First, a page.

The doctor will ask about your symptoms and health history. Some things that may be done are:
The pelvic exam is done to see if the cervix has begun to dilate or if it is too thin. A woman may be in preterm labor if dilation has started. It is measured in 0 to 10 cm (centimeters). Birth often happens after the cervix has dilated to 10 cm. Thinning of the cervix is called effacement. It is given as a percent. A woman who is 50% effaced has a cervix that has thinned to half of its original thickness. When the cervix is fully dilated and effaced, then the head can descend with pushing.
During the pelvic exam, the doctor may swab the vagina to test for fetal fibronectin (fFN). This acts as a glue to attach the amniotic sac to the lining of the uterus. It is normal for fFN to be in vaginal secretions for the first 22 weeks of pregnancy. If fFN is in secretions past weeks 22 to 34, then the glue may be breaking down earlier than it should. This may be a sign of preterm labor.
An ultrasound may also be done. This test uses sound waves to create an image of the uterus, the fluid around the baby, and the baby. It can also be used to check the length of the cervix.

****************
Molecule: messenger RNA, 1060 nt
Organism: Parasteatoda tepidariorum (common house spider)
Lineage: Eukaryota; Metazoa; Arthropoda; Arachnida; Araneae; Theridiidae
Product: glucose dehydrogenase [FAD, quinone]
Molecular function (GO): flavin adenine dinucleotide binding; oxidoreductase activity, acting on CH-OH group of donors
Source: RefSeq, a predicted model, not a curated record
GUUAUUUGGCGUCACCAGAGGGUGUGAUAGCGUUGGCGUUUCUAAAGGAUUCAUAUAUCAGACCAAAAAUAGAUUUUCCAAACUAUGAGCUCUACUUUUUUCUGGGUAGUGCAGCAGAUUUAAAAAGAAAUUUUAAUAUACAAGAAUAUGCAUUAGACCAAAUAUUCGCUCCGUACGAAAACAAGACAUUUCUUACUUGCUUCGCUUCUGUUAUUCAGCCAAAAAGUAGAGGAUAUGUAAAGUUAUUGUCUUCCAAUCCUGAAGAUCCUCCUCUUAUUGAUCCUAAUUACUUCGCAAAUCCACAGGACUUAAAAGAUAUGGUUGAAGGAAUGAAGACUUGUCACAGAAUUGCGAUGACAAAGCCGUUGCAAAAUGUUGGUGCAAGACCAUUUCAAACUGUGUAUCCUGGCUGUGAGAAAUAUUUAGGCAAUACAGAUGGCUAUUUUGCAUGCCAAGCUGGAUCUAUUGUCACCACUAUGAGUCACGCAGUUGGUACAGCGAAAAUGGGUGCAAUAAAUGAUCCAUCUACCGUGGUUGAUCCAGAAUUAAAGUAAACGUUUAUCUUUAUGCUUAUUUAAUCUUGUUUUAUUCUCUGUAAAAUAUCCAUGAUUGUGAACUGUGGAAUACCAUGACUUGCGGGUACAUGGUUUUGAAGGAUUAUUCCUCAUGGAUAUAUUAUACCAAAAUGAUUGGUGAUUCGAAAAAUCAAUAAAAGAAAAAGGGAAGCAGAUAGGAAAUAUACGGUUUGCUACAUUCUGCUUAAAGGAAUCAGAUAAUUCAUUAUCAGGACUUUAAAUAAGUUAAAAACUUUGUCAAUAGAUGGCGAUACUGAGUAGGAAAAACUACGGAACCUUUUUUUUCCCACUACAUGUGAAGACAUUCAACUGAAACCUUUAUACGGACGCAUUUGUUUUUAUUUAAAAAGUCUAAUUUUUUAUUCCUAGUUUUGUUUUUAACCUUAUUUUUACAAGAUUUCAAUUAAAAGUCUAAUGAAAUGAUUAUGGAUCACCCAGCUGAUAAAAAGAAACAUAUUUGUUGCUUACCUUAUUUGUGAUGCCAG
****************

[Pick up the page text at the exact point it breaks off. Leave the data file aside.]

A tocometer is a machine that tracks how often and how long contractions are. This can help diagnose preterm labor.
American College of Obstetricians and Gynecologists’ Committee on Practice Bulletins—Obstetrics. Practice Bulletin No. 171: Management of Preterm Labor. Obstet Gynecol. 2016 Oct;128(4):e155-64, reaffirmed 2018.
How do health care providers diagnose preterm labor? National Institute of Child Health and Human Development website. Available at: http://www.nichd.nih.gov/health/topics/preterm/conditioninfo/Pages/diagnosed.aspx. Accessed July 31, 2020
Premature labor. American Pregnancy Association website. Available at: http://americanpregnancy.org/labor-and-birth/premature-labor. Accessed July 31, 2020.
Preterm labor. EBSCO DynaMed website. Available at:https://www.dynamed.com/condition/preterm-labor. Accessed July 31, 2020.
Preterm labor and birth. The American College of Obstetricians and Gynecologists website. Available at: https://www.acog.org/patient-resources/faqs/labor-delivery-and-postpartum-care/preterm-labor-and-birth. Accessed July 31, 2020.
Preterm labor and birth. National Institute of Child Health and Human Development website. Available at: https://www.nichd.nih.gov/health/topics/preterm/Pages/default.aspx. Accessed July 31, 2020.
Last reviewed March 2020 by EBSCO Medical Review Board Beverly Siegal, MD, FACOG Last Updated: 2/24/2021